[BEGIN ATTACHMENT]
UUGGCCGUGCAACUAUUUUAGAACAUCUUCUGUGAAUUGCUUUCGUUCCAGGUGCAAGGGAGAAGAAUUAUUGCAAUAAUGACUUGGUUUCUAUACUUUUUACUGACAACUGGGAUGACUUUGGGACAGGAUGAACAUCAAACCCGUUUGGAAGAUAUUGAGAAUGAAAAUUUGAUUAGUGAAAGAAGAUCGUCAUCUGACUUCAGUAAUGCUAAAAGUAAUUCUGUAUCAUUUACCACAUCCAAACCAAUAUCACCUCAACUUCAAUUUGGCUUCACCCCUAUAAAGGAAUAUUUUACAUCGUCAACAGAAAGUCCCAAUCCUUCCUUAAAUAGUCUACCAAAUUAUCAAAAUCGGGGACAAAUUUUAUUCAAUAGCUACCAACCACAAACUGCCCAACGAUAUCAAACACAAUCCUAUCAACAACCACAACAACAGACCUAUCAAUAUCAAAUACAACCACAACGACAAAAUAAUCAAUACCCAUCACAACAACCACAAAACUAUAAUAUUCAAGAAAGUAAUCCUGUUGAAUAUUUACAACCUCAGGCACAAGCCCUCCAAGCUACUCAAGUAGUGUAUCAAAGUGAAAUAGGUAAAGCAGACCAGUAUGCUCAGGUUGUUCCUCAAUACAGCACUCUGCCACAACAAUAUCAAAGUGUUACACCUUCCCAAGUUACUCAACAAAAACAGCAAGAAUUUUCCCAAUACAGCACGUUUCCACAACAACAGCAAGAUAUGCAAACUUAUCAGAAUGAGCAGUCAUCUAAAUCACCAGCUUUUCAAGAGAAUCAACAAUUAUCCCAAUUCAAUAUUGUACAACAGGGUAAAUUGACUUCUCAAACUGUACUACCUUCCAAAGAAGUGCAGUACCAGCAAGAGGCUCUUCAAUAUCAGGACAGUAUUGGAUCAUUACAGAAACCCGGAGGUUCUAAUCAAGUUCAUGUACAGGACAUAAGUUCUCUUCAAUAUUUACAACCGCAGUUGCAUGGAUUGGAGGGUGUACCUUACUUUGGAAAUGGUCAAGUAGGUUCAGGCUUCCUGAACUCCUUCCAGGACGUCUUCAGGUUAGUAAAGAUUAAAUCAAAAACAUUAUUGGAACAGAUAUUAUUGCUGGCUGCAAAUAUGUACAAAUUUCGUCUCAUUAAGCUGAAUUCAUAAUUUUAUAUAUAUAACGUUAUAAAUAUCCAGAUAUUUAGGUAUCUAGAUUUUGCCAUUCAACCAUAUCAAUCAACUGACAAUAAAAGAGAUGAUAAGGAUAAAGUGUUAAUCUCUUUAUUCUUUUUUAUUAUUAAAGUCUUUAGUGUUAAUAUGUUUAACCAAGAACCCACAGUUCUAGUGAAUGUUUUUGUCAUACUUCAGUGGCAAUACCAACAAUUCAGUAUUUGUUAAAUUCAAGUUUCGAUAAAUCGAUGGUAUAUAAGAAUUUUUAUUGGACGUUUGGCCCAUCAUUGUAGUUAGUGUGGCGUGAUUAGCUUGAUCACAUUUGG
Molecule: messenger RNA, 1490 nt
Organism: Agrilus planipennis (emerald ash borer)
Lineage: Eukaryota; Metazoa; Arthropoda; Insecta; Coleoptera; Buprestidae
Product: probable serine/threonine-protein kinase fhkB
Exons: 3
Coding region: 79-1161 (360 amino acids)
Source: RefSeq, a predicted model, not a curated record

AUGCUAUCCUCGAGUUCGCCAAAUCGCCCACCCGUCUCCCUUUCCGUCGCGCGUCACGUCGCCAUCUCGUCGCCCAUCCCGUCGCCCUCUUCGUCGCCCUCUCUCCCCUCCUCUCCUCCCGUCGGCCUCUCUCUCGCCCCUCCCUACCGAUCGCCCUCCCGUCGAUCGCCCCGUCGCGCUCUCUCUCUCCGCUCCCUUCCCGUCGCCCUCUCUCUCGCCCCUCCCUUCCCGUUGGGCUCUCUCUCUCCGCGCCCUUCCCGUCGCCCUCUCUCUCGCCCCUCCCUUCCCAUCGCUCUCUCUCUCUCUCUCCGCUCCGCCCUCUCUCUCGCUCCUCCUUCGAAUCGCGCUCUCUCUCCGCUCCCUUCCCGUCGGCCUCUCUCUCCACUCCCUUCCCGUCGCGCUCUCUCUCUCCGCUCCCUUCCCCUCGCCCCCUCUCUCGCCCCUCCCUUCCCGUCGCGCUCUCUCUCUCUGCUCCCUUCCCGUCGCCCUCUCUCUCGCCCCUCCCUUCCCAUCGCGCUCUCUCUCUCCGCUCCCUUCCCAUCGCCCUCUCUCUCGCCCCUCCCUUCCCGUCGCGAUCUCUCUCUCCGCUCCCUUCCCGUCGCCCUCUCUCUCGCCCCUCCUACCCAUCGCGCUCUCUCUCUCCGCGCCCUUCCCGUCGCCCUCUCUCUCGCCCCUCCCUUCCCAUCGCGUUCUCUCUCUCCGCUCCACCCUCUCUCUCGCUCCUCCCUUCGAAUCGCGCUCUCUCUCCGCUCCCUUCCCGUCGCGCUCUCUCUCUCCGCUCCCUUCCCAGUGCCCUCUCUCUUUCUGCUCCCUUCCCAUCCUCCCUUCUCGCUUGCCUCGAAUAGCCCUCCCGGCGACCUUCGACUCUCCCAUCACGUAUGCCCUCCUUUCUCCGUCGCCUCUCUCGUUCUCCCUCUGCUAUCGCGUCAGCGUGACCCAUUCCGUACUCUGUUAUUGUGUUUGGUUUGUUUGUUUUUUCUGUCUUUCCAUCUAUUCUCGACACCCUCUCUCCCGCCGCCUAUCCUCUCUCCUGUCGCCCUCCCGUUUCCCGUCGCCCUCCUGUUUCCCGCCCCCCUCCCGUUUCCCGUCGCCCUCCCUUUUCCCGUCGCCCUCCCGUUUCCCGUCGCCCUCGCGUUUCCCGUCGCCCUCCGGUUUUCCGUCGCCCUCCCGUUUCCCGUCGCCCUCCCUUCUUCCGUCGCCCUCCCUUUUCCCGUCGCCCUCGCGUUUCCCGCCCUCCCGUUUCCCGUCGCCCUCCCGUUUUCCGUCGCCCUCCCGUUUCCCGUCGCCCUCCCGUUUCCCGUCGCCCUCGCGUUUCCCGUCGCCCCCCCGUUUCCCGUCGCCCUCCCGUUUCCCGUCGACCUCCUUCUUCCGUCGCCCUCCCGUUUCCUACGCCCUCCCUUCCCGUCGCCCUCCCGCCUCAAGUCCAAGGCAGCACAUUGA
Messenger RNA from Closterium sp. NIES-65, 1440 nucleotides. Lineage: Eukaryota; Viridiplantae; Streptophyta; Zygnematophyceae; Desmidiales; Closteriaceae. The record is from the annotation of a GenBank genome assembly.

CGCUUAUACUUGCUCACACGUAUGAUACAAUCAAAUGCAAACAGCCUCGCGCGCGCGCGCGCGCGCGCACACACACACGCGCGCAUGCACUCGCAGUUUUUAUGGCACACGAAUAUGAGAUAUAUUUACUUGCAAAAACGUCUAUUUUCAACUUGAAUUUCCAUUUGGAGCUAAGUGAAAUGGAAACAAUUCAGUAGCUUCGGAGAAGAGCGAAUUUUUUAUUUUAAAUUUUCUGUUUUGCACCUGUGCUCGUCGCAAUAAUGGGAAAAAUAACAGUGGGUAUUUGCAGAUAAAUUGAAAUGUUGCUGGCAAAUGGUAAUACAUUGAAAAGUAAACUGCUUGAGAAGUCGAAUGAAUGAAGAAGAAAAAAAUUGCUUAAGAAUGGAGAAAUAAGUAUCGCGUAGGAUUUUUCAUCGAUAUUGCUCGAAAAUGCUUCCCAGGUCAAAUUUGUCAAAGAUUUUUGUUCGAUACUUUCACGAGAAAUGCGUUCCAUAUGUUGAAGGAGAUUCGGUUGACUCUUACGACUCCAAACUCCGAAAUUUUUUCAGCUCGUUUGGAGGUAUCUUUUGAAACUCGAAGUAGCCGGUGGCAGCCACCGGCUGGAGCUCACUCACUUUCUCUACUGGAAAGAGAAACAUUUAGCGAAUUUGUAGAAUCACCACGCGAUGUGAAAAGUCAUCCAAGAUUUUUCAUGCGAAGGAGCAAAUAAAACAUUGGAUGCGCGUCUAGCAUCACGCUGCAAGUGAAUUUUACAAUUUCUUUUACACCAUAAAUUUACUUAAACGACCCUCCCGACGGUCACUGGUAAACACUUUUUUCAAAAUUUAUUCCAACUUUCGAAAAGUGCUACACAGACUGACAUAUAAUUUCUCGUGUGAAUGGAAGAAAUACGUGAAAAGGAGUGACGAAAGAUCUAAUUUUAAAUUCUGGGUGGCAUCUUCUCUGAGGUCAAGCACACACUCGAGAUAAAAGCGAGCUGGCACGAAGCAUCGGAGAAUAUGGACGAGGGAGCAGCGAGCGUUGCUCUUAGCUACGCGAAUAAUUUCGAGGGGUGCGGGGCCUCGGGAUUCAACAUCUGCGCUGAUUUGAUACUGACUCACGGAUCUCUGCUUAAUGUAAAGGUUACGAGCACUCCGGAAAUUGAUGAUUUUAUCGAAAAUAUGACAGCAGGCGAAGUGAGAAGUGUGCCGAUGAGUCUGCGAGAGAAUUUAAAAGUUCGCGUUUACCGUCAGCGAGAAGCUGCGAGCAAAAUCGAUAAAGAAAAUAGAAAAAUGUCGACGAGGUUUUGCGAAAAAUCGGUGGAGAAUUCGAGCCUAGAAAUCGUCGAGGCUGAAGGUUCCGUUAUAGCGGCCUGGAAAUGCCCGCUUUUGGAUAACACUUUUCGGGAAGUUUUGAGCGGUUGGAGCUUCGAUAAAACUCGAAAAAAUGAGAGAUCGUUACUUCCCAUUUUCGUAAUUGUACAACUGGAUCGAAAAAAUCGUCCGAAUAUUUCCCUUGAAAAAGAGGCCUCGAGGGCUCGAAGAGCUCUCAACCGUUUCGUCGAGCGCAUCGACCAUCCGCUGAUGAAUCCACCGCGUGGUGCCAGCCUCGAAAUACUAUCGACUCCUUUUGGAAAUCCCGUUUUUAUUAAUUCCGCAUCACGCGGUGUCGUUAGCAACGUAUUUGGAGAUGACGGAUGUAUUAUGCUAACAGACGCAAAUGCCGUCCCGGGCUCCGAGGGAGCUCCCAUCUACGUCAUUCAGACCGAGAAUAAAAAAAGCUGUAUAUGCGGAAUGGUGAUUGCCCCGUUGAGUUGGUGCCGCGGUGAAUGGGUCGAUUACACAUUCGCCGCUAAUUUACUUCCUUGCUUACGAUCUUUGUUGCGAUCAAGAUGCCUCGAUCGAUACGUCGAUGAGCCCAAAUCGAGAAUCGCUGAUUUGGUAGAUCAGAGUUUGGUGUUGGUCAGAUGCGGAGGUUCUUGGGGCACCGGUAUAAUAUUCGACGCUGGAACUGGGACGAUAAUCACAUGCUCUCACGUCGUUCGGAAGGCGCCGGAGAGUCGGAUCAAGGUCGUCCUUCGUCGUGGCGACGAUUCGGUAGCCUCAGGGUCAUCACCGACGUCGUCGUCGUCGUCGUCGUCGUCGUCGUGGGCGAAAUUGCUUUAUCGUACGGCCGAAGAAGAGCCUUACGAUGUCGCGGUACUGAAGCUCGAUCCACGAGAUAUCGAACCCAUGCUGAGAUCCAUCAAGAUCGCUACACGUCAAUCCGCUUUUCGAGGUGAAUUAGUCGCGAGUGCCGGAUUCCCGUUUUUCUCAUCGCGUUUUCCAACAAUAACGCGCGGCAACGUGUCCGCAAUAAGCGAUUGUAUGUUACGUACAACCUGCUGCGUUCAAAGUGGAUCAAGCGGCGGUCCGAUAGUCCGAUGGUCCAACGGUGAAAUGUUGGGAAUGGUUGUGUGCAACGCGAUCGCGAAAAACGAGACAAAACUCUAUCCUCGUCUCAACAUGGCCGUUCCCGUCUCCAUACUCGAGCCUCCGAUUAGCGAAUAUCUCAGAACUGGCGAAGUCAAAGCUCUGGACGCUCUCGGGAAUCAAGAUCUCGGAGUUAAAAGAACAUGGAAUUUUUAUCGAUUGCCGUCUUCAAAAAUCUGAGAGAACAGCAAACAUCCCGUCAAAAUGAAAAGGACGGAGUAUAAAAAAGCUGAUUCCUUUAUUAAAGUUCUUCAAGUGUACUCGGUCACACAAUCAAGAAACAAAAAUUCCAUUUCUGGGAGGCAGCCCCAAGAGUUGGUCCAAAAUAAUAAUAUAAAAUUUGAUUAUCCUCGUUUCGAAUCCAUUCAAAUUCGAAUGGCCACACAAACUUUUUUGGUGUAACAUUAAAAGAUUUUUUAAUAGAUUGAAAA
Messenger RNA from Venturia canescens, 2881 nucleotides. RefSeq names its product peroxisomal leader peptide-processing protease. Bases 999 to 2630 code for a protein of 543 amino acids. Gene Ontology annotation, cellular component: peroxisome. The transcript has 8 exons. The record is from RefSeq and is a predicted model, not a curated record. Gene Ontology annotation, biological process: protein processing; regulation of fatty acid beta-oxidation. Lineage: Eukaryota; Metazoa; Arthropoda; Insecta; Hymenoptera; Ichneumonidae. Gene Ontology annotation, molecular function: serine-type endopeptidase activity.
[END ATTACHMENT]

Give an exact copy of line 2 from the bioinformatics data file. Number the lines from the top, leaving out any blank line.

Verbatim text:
Molecule: messenger RNA, 1490 nt